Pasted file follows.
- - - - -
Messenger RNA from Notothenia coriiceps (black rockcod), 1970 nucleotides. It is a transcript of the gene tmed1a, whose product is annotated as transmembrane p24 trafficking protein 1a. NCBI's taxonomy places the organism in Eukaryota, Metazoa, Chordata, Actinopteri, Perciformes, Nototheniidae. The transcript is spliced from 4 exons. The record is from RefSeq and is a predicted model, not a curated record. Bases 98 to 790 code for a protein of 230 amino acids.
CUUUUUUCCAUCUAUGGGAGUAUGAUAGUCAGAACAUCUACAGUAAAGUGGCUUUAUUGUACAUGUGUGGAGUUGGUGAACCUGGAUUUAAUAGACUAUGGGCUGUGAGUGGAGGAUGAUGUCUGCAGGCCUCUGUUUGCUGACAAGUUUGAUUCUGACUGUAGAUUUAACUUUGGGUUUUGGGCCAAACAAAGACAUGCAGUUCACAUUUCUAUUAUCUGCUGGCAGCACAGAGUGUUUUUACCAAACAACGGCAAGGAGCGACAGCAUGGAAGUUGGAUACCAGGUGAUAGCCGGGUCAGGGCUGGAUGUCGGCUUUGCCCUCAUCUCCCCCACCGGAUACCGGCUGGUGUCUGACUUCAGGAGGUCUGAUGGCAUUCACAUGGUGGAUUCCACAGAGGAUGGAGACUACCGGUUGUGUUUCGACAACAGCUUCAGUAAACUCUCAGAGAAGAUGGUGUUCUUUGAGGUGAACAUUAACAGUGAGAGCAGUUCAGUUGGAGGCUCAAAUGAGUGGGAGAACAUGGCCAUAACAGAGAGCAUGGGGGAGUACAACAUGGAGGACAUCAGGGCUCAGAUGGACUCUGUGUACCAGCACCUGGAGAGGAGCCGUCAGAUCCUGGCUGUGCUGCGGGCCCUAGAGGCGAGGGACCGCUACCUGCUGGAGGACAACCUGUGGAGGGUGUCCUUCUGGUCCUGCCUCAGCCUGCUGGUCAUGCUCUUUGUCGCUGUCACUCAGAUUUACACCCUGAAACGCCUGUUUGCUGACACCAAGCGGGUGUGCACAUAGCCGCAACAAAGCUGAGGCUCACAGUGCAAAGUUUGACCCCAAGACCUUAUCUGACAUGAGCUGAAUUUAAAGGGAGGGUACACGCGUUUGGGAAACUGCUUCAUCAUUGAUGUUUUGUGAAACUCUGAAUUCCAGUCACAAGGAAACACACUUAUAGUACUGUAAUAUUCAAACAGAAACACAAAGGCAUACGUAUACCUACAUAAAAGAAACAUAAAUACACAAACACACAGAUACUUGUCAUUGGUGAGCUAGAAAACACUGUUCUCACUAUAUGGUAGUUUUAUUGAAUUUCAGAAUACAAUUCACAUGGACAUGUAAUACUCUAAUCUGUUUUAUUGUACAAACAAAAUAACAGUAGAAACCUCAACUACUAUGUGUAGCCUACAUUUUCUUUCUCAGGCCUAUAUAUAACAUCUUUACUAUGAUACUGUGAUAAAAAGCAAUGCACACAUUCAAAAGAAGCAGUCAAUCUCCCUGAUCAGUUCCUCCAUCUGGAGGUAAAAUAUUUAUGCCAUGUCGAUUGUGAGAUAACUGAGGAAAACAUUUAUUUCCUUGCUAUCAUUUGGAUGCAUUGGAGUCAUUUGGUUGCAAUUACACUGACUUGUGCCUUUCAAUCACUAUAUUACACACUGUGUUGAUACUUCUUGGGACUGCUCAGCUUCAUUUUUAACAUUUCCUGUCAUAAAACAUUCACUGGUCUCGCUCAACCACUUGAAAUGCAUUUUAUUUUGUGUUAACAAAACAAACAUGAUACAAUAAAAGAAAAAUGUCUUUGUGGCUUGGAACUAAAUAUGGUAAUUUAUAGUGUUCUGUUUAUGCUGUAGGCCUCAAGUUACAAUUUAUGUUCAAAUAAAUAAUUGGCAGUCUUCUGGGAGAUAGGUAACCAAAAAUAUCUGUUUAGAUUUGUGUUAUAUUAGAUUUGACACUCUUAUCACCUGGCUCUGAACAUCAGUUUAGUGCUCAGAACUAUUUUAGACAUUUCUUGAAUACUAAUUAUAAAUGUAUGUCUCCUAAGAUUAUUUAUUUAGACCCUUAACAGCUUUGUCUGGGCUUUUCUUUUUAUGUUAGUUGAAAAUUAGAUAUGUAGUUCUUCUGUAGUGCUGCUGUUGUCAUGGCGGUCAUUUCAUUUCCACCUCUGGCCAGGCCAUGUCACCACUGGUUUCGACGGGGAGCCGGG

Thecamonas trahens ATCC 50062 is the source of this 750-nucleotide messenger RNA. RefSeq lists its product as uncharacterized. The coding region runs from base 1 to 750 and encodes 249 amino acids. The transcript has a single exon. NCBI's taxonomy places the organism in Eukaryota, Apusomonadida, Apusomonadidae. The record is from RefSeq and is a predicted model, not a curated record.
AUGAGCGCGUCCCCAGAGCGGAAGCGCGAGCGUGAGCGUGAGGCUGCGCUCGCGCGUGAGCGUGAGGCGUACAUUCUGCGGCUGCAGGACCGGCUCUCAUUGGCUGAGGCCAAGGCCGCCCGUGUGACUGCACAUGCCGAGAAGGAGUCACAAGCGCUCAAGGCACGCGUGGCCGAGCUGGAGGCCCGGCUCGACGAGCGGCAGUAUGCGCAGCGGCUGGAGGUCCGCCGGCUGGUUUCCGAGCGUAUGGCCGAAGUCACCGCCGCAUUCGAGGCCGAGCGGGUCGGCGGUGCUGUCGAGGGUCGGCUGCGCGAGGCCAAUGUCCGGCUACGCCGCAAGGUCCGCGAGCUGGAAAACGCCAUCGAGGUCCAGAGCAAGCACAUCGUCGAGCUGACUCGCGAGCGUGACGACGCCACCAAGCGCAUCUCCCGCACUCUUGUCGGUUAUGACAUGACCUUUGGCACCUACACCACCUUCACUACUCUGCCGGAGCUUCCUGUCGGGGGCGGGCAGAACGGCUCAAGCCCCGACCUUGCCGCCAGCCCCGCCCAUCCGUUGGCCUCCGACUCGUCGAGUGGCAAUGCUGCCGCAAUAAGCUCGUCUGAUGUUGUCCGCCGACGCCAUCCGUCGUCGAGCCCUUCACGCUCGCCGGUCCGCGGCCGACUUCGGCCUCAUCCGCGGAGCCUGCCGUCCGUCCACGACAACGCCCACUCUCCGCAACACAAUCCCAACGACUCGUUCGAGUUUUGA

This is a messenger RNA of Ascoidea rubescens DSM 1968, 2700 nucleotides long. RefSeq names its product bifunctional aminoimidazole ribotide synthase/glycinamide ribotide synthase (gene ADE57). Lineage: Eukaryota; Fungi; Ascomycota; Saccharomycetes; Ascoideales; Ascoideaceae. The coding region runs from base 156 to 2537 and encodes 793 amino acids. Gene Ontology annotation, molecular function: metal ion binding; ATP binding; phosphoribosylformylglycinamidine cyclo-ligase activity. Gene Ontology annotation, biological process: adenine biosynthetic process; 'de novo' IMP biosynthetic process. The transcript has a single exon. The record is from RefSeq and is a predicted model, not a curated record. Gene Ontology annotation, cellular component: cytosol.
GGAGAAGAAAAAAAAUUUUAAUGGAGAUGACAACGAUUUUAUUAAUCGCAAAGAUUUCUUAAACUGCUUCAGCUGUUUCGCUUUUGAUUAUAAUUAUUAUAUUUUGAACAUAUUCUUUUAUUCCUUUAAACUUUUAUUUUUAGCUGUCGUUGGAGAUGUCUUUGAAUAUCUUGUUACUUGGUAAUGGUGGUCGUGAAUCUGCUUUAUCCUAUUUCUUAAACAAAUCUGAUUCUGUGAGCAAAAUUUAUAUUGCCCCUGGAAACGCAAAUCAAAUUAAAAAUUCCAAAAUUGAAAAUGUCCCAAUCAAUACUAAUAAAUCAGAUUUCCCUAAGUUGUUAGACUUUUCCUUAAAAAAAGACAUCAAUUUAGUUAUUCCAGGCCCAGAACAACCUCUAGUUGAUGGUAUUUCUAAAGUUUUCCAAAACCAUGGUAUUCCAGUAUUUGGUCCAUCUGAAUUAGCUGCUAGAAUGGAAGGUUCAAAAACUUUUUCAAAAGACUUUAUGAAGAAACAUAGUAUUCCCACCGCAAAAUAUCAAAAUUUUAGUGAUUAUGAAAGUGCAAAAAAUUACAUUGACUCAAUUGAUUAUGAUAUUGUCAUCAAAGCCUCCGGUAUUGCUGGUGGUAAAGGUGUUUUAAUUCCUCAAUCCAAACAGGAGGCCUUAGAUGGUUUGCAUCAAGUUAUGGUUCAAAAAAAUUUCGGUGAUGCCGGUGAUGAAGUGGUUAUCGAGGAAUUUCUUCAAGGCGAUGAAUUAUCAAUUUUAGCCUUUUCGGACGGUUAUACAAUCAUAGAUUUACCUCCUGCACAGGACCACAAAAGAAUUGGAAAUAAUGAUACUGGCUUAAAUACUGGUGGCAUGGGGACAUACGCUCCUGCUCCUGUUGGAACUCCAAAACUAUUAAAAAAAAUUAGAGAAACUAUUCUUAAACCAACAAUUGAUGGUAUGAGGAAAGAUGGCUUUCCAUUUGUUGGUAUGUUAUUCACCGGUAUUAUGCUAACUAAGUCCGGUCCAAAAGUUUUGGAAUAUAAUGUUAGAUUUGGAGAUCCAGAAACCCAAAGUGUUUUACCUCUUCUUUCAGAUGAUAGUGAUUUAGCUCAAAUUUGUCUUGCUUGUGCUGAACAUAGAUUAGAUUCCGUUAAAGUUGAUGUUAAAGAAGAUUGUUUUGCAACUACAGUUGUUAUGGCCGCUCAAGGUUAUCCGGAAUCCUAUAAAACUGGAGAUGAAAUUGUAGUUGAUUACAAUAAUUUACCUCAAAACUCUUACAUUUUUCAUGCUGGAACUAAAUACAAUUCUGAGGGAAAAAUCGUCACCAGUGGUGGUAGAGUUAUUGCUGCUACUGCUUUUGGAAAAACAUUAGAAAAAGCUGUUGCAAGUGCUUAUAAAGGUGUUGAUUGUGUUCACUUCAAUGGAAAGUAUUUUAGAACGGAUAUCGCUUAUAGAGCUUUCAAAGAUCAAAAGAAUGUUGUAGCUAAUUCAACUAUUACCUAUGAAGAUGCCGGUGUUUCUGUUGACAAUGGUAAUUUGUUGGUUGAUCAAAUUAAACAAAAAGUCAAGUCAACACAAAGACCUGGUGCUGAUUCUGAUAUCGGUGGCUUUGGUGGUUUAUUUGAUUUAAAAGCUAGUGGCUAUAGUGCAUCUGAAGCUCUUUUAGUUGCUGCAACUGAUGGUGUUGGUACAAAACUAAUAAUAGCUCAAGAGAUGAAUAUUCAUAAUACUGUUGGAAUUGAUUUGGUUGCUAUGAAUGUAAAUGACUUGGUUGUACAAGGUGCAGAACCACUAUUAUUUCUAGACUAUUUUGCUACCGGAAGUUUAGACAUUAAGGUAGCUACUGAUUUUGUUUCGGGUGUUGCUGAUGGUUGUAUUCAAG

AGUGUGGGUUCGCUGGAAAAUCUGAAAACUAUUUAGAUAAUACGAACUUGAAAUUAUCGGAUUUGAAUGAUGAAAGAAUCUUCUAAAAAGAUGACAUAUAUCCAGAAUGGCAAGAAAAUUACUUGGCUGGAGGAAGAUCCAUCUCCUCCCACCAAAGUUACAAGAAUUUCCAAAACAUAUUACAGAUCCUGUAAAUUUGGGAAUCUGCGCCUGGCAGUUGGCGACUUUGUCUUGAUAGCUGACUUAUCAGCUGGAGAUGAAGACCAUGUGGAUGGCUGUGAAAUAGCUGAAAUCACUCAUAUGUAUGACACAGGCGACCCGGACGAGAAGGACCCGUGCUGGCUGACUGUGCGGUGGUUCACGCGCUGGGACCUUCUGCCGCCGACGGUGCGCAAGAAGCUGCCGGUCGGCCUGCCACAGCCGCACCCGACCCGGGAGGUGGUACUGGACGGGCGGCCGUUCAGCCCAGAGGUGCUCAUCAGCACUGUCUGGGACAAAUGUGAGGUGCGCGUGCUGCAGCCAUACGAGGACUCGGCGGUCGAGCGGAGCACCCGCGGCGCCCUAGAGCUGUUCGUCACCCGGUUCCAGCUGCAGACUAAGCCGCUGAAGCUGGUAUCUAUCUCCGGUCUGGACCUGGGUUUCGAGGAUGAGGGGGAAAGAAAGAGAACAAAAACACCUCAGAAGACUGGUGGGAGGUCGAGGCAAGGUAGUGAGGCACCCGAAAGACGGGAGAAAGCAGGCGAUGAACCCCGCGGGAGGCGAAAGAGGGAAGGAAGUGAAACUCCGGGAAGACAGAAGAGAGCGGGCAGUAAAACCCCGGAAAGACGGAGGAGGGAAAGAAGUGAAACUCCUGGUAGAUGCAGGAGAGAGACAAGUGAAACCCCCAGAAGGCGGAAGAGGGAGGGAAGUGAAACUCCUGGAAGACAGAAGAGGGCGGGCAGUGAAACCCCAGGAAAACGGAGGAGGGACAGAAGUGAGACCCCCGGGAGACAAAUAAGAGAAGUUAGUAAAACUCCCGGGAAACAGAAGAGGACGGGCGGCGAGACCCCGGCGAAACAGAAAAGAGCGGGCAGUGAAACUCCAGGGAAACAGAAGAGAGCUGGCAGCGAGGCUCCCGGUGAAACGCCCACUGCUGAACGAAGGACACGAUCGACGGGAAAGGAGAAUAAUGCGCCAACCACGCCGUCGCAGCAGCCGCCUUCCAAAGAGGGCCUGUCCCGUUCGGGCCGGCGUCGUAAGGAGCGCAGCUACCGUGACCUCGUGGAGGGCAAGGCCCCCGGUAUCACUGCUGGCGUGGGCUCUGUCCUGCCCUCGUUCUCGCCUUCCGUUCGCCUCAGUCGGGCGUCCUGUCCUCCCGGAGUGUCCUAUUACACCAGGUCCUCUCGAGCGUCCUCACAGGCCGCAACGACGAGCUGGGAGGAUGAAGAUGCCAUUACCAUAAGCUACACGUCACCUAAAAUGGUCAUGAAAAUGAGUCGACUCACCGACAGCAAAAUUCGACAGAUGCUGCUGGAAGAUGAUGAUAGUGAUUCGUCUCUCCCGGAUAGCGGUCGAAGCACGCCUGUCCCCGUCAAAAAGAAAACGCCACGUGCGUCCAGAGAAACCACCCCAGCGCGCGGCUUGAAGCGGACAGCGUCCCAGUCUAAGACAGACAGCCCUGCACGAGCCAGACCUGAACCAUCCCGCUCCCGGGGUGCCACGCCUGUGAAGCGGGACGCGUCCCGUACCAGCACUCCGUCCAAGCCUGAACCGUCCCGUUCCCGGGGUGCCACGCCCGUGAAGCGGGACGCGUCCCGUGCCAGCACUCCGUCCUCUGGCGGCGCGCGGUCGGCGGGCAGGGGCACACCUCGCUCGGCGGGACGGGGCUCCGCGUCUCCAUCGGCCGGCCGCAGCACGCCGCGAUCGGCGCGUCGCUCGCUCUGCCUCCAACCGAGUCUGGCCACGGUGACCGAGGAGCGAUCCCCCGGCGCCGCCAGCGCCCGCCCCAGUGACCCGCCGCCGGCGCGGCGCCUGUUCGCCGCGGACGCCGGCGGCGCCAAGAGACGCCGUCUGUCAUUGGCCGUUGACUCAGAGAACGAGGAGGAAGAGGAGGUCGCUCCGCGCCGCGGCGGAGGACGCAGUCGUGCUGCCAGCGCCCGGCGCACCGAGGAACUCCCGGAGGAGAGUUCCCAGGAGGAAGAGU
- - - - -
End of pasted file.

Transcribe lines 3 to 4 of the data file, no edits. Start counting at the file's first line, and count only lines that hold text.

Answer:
Thecamonas trahens ATCC 50062 is the source of this 750-nucleotide messenger RNA. RefSeq lists its product as uncharacterized. The coding region runs from base 1 to 750 and encodes 249 amino acids. The transcript has a single exon. NCBI's taxonomy places the organism in Eukaryota, Apusomonadida, Apusomonadidae. The record is from RefSeq and is a predicted model, not a curated record.
AUGAGCGCGUCCCCAGAGCGGAAGCGCGAGCGUGAGCGUGAGGCUGCGCUCGCGCGUGAGCGUGAGGCGUACAUUCUGCGGCUGCAGGACCGGCUCUCAUUGGCUGAGGCCAAGGCCGCCCGUGUGACUGCACAUGCCGAGAAGGAGUCACAAGCGCUCAAGGCACGCGUGGCCGAGCUGGAGGCCCGGCUCGACGAGCGGCAGUAUGCGCAGCGGCUGGAGGUCCGCCGGCUGGUUUCCGAGCGUAUGGCCGAAGUCACCGCCGCAUUCGAGGCCGAGCGGGUCGGCGGUGCUGUCGAGGGUCGGCUGCGCGAGGCCAAUGUCCGGCUACGCCGCAAGGUCCGCGAGCUGGAAAACGCCAUCGAGGUCCAGAGCAAGCACAUCGUCGAGCUGACUCGCGAGCGUGACGACGCCACCAAGCGCAUCUCCCGCACUCUUGUCGGUUAUGACAUGACCUUUGGCACCUACACCACCUUCACUACUCUGCCGGAGCUUCCUGUCGGGGGCGGGCAGAACGGCUCAAGCCCCGACCUUGCCGCCAGCCCCGCCCAUCCGUUGGCCUCCGACUCGUCGAGUGGCAAUGCUGCCGCAAUAAGCUCGUCUGAUGUUGUCCGCCGACGCCAUCCGUCGUCGAGCCCUUCACGCUCGCCGGUCCGCGGCCGACUUCGGCCUCAUCCGCGGAGCCUGCCGUCCGUCCACGACAACGCCCACUCUCCGCAACACAAUCCCAACGACUCGUUCGAGUUUUGA